WASHINGTON (Dec. 15, 2020) — The National Transportation Safety Board issued a safety recommendation report Tuesday, regarding placement of Department Transportation-111 rail tank cars in high hazard flammable trains and the use of buffer cars for the protection of train crews.
The recommendation requires all trains have a minimum of five non-placarded cars between any locomotive or occupied equipment transporting hazardous materials, regardless of train length and consist.
The recommendation stems from two separate derailments of high hazard flammable trains in Draffin, Kentucky, and Fort Worth, Texas, which resulted in breached tank cars and hazardous material fires. The NTSB is investigating both derailments.
The Draffin, Kentucky accident happened Feb.13,2020, when a CSX Transportation ethanol unit train derailed three locomotives, one buffer car and four tank cars on a mountainside. The high hazard flammable train had one buffer car at the head of the consist and one at the end of the train, with 96 denatured ethanol tank cars following the head buffer car.
On April 24,2019, a Union Pacific Railroad train carrying denatured ethanol, derailed 25 tank cars in Fort Worth, Texas. The train consisted of three lead locomotives, two buffer cars, and 96 loaded tank cars.
(The aftermath of the Feb. 13, 2020, CSX freight train derailment is seen in this screen shot from an UAV video provided by the Pike County Emergency Management Agency Feb. 14, 2020. The train was carrying denatured ethanol in Draffin, Kentucky when the accident happened. Photo credit: Pike county emergency Management Agency, overlay by NTSB)
In the safety recommendation report, the NTSB found that in both derailments, least-protective DOT-111 tank cars were placed in positions that increased the risk of derailment and breaching of the tank cars, resulting in release of their hazardous materials contents. Additionally, in Draffin, Kentucky, the lead locomotives were separated from the hazardous materials tank cars by only on ebuffer car, which shortened the distance between the breached tank cars and the crewmembers, increasing the risk of injury or death. The NTSB concluded that the severity of the Draffin, Kentucky, and Fort Worth, Texas, accidents could have been less severe had the DOT-111 tank cars been placed in locations within the train where they were less likely to derail or to sustain accident damage.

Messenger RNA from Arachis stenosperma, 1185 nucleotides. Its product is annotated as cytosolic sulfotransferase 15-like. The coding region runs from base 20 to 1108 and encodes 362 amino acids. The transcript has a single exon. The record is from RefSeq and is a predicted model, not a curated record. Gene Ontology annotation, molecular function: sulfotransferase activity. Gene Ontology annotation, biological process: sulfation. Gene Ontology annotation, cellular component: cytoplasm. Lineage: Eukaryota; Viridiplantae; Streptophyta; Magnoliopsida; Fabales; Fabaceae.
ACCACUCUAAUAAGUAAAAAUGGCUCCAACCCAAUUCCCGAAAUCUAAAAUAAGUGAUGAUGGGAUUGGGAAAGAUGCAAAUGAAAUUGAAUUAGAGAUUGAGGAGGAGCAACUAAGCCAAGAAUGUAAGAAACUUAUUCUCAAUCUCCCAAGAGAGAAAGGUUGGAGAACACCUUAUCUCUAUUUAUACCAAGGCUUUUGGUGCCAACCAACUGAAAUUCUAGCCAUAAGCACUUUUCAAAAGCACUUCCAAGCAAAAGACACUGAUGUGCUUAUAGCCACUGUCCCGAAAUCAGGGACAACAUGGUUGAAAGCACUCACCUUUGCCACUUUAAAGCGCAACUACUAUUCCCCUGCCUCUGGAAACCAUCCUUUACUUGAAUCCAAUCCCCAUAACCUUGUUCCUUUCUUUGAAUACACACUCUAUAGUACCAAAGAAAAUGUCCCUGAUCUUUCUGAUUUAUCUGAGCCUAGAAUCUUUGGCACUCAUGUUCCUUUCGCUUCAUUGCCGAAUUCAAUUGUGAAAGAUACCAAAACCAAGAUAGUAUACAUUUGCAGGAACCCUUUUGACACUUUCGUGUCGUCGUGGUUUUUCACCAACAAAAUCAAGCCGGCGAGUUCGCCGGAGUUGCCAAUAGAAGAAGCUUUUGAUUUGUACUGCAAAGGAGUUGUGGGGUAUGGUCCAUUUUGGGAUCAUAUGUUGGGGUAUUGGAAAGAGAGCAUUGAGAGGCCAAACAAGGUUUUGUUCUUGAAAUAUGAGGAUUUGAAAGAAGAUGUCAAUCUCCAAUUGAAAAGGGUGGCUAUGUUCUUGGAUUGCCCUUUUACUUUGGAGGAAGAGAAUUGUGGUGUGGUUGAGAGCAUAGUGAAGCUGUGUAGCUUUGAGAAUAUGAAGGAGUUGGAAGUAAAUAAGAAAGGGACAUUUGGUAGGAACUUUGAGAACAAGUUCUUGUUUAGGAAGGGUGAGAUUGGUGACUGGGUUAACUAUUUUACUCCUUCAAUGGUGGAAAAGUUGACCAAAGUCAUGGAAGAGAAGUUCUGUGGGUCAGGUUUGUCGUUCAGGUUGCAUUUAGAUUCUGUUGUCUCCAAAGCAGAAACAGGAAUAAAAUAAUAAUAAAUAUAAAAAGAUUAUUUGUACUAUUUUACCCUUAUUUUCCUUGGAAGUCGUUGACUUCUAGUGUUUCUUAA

“This is not the first time NTSB has issued recommendations regarding the use of buffer cars to reduce the risks of hazardous materials release to train crews,” said Robert Hall, NTSB Director of Railroad, Pipeline and Hazardous Materials. “We believe that it is imperative that these recommendations be implemented to prevent the potential for a catastrophic event.”
As a result of its investigations, the NTSB issued one recommendation to the Association of American Railroads, the American Short Line and Regional Railroad Association, and the Renewable Fuels Association. This recommendation addresses the placement of the most vulnerable tank cars in high hazard flammable trains, such as unmodified DOT-111 tank cars, in positions of trains where they are least likely to derail or to sustain mechanical damage from the effects of trailing tonnage or collision in an accident.
NTSB reiterated one safety recommendation issued to the Federal Railroad Administration, which is classified “Open—Acceptable Response.” NTSB also reiterated two safety recommendations issued to the Pipeline and Hazardous Materials Safety Administration, one classified as “Open—AcceptableResponse,” and one classified as “Open—Unacceptable Response.”
The safety recommendation report, which includes the findings, and all safety recommendations, is available at https://go.usa.gov/xACuQ
Links to the Draffin, Kentucky, and Fort Worth, Texas, accidents reports and other publicly released information about these investigations are available at https://go.usa.gov/x7GxU
To report an incident/accident or if you are a public safety agency, please call 1-844-373-9922 or 202-314-6290 to speak to a Watch Officer at the NTSB Response Operations Center (ROC) in Washington, DC (24/7).